Diageo's end of year update shows that the food business is still failing to perform. Burger King remains weak, especially in Europe, and Pillsbury has failed to continue the improvement shown in the previous six months. In all, Diageo's results prove that concentrating on drinks rather than food is the right strategy for the company to follow.
Diageo must be glad it is getting out of the food sector. After a promising start to the year Pillsbury had a weak second half amid doubts about the timing of its integration with General Mills. Burger King was also a sore spot, continuing to suffer from lasting health concerns surrounding BSE and foot-and-mouth. This was further compounded by the announcement of one-off $50 million restructuring charges as the management attempts to ready the business for partial flotation.
The Burger King flotation was originally expected to happen later this year, but this is looking increasingly unlikely in current conditions. Worldwide comparable restaurant sales growth remains negative and the new management team will have its work cut out reshaping the business into something more appetizing to investors. John Dasburg was hired in April to head the restructuring and has already removed the North American layer of internal management. However, the fast food chain is still unlikely to be demerged until next year.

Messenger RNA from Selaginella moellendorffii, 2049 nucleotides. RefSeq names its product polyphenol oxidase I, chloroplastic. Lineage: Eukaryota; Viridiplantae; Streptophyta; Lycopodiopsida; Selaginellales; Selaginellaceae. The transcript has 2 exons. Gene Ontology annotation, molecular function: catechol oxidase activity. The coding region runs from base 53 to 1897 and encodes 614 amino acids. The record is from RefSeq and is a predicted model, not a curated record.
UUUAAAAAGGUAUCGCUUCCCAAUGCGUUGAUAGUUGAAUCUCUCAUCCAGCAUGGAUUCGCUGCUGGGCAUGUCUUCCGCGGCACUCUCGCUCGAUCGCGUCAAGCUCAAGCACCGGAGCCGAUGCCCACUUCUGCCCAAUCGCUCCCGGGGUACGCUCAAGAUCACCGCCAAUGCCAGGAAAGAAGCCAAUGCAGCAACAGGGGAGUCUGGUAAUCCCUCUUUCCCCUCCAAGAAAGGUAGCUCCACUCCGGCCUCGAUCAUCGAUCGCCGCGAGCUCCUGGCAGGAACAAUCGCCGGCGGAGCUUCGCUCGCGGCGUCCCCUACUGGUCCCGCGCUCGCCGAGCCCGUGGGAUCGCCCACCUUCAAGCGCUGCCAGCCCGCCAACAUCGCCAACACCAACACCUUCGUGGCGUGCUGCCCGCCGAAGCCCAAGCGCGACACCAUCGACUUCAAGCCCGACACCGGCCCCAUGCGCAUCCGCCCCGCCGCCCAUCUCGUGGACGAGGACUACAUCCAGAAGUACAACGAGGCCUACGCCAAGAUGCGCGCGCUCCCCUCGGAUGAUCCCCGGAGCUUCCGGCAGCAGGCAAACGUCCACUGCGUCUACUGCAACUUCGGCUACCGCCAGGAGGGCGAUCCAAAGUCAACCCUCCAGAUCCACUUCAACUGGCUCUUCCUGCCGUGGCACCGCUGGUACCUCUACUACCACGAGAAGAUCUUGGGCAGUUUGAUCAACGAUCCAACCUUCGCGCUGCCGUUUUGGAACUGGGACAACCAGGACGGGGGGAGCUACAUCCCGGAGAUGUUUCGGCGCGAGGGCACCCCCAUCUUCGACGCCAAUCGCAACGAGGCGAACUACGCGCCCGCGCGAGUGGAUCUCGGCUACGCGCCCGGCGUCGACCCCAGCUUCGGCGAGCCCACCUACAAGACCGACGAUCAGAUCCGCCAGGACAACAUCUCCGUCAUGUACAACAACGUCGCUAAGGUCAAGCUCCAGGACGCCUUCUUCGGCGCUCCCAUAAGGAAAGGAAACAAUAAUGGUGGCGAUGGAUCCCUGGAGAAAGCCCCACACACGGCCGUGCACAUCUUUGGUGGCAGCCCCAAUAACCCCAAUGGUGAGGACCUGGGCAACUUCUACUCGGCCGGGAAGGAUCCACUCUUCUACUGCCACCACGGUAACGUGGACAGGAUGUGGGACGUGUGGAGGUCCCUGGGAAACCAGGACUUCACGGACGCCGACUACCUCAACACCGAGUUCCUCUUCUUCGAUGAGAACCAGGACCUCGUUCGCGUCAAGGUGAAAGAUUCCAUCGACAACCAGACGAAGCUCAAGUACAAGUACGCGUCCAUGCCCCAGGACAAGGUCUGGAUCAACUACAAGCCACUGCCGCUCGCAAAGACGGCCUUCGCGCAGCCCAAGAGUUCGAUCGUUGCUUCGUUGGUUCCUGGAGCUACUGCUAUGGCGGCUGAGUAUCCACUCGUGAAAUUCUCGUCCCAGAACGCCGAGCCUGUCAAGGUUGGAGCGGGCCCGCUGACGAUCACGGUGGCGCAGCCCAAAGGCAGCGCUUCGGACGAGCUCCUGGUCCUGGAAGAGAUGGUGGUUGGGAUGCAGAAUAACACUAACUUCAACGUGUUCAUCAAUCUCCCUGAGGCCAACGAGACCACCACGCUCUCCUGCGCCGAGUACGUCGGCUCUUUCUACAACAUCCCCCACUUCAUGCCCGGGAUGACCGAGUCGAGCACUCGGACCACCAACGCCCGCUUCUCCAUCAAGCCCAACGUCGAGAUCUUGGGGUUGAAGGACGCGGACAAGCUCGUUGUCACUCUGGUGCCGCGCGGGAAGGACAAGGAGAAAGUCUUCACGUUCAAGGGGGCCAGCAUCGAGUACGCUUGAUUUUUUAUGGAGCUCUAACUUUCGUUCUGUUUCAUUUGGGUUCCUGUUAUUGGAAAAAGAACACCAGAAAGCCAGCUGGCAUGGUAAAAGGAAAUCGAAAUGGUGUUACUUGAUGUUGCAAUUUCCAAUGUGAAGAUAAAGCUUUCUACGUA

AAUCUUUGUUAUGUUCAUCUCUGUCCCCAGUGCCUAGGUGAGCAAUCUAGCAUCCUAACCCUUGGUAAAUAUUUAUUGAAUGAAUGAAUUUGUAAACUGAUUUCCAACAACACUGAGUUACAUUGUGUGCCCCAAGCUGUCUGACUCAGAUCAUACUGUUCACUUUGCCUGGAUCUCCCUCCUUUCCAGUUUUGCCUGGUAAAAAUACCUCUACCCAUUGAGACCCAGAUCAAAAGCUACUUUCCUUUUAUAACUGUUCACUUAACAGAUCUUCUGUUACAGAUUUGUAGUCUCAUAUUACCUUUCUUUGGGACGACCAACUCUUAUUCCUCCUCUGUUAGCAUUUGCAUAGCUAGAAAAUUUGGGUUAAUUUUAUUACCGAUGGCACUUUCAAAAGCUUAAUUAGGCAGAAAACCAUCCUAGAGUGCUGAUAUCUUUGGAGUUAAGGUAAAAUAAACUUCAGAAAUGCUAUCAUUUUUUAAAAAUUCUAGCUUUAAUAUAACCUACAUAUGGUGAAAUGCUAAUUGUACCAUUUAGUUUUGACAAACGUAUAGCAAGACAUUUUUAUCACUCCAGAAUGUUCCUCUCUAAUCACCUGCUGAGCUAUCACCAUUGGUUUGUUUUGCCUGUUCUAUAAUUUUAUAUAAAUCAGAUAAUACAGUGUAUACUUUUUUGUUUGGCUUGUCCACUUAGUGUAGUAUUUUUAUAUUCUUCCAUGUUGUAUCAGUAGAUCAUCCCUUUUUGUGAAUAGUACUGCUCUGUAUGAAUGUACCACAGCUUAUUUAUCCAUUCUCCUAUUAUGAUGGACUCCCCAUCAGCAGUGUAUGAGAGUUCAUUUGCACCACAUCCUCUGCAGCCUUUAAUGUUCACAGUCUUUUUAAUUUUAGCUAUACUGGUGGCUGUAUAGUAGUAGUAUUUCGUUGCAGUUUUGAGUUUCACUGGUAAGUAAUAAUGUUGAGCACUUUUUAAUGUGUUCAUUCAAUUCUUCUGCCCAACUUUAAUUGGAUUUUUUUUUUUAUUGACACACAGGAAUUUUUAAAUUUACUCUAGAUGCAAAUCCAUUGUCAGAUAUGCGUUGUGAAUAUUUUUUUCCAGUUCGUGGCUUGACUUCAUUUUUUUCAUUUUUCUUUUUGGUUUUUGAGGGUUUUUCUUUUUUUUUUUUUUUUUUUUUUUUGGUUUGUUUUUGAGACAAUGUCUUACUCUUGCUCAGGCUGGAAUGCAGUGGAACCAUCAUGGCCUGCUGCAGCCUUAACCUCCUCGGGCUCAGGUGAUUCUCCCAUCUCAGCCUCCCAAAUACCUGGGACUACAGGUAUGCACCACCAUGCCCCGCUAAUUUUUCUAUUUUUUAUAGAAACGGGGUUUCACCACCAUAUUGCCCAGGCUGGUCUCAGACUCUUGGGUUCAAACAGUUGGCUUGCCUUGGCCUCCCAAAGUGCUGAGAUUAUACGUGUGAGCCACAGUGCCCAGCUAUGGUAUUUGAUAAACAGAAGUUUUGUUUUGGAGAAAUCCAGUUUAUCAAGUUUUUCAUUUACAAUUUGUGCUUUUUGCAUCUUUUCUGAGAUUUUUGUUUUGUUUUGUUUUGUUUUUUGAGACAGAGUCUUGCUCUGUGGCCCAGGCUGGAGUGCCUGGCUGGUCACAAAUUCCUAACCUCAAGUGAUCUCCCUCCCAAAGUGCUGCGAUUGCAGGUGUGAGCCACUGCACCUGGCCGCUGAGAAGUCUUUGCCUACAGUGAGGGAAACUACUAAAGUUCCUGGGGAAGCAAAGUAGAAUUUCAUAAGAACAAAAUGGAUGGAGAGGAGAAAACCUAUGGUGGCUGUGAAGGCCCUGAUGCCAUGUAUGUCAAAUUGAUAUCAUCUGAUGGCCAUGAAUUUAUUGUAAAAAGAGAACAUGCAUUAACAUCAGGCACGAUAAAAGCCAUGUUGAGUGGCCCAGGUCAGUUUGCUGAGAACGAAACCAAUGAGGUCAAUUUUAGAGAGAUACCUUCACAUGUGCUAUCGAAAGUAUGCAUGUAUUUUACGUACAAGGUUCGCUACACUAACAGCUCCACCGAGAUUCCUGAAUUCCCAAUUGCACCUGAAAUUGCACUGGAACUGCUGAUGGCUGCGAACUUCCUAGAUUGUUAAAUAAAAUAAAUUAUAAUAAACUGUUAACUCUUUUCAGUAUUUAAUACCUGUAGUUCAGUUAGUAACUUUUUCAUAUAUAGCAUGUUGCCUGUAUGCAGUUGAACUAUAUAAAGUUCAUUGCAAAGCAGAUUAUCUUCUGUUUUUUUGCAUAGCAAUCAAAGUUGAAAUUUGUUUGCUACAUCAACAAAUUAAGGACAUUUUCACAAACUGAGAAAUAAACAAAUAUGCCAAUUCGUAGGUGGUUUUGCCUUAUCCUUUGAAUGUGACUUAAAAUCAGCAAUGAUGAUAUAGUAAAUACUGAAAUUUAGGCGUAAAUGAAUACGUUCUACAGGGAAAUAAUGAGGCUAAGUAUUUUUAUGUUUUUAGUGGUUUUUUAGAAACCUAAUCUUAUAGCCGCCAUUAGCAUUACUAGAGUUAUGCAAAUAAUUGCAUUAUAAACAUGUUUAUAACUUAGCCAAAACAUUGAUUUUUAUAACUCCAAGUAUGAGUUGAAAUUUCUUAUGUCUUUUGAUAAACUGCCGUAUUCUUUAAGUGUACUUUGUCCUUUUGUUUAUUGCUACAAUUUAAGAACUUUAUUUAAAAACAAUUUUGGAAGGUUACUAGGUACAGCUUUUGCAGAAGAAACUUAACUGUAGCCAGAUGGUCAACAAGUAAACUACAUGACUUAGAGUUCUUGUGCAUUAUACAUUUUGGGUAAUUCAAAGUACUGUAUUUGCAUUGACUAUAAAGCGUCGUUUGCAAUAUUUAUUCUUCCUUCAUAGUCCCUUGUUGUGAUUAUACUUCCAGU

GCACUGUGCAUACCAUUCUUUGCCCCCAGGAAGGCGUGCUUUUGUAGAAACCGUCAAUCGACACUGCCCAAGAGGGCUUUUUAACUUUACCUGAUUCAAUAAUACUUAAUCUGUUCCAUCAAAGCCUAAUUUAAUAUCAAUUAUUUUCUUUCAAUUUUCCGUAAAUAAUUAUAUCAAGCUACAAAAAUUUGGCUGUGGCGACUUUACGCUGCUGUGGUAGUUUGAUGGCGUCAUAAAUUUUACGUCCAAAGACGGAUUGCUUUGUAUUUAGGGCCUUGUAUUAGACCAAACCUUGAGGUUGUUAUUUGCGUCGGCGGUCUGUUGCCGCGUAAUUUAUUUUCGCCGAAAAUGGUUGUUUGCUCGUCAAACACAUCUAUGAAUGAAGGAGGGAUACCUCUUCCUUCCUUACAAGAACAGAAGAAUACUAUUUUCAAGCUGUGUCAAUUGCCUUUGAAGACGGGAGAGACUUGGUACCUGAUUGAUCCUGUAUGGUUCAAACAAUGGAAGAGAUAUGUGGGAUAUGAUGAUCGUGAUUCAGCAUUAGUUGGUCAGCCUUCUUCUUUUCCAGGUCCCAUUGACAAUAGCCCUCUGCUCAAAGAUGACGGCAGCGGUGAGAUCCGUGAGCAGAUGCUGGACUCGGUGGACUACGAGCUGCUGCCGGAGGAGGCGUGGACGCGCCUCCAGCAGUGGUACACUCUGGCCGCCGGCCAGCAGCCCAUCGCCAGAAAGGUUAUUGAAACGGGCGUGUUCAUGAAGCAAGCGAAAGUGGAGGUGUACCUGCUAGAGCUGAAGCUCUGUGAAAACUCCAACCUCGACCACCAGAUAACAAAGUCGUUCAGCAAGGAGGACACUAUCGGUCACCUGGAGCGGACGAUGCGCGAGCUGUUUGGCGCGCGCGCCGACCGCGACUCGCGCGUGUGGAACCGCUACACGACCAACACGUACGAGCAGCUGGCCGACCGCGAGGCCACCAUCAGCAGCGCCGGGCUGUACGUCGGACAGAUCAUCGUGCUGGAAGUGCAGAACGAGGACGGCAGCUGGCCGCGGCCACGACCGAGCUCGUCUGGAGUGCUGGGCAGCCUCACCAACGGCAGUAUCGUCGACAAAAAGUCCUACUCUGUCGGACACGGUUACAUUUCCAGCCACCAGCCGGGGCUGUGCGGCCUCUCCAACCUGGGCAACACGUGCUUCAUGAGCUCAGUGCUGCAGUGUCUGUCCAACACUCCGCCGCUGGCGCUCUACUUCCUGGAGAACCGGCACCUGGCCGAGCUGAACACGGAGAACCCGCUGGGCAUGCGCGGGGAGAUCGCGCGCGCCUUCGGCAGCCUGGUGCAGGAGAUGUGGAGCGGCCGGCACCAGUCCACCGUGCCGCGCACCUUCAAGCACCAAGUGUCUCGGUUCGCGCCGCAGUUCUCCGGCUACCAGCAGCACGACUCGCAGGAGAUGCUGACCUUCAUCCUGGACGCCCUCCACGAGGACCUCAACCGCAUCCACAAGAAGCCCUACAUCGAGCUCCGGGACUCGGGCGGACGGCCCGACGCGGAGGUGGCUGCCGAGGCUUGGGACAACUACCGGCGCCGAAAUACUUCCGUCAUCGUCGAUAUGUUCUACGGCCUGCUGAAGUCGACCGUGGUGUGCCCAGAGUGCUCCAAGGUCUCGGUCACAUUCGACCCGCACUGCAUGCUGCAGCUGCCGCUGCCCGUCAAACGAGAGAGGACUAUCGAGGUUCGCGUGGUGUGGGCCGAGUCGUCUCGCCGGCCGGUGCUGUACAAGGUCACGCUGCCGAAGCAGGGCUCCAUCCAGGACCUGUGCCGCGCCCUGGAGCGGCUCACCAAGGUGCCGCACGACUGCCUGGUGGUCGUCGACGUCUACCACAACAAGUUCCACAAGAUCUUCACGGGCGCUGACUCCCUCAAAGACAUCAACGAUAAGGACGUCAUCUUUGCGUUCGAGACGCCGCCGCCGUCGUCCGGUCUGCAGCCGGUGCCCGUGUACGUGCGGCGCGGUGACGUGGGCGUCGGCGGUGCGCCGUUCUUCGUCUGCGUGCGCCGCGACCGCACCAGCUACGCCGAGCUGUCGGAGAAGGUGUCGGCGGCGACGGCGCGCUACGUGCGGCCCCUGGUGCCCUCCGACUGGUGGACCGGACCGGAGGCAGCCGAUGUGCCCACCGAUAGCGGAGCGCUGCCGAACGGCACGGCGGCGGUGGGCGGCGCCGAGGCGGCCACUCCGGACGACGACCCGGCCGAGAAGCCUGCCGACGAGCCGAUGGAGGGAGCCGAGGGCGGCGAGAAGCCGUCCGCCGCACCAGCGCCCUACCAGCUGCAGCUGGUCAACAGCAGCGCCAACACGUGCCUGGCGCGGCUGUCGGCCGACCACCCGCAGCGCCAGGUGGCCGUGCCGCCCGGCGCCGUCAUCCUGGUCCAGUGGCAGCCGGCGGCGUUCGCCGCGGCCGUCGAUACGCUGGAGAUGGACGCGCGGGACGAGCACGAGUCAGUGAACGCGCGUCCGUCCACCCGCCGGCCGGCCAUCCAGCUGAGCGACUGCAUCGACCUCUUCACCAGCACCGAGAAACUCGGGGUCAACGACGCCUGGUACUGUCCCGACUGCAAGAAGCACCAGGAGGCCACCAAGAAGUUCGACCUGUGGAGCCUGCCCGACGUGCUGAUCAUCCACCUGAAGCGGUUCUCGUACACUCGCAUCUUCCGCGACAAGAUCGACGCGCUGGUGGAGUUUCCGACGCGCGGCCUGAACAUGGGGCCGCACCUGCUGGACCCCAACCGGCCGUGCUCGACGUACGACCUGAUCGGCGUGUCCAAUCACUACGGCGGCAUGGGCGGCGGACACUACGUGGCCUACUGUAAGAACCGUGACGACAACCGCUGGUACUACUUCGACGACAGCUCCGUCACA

Yet outside the food sector it is another story. In its end of year trading update, Diageo reported strong sales in its premium drinks business. The first half of the year saw strong growth in its top brands, such as Smirnoff vodka, Gordon's gin, Guinness and Johnnie Walker whisky, prompting Group Chief Executive Paul Walsh to comment that the division "continues to perform strongly - in line with our expectations."
Diageo's decision to focus on its core drinks division will pave the way for future growth in this area, but the food businesses may have been over neglected. The Burger King shake-up was long overdue and it is no surprise that the flotation will come sooner rather than later. While the current lack of enthusiasm for IPOs provides a convenient excuse, the chain may well be more sellable once restructuring exercises have had time to bear fruit.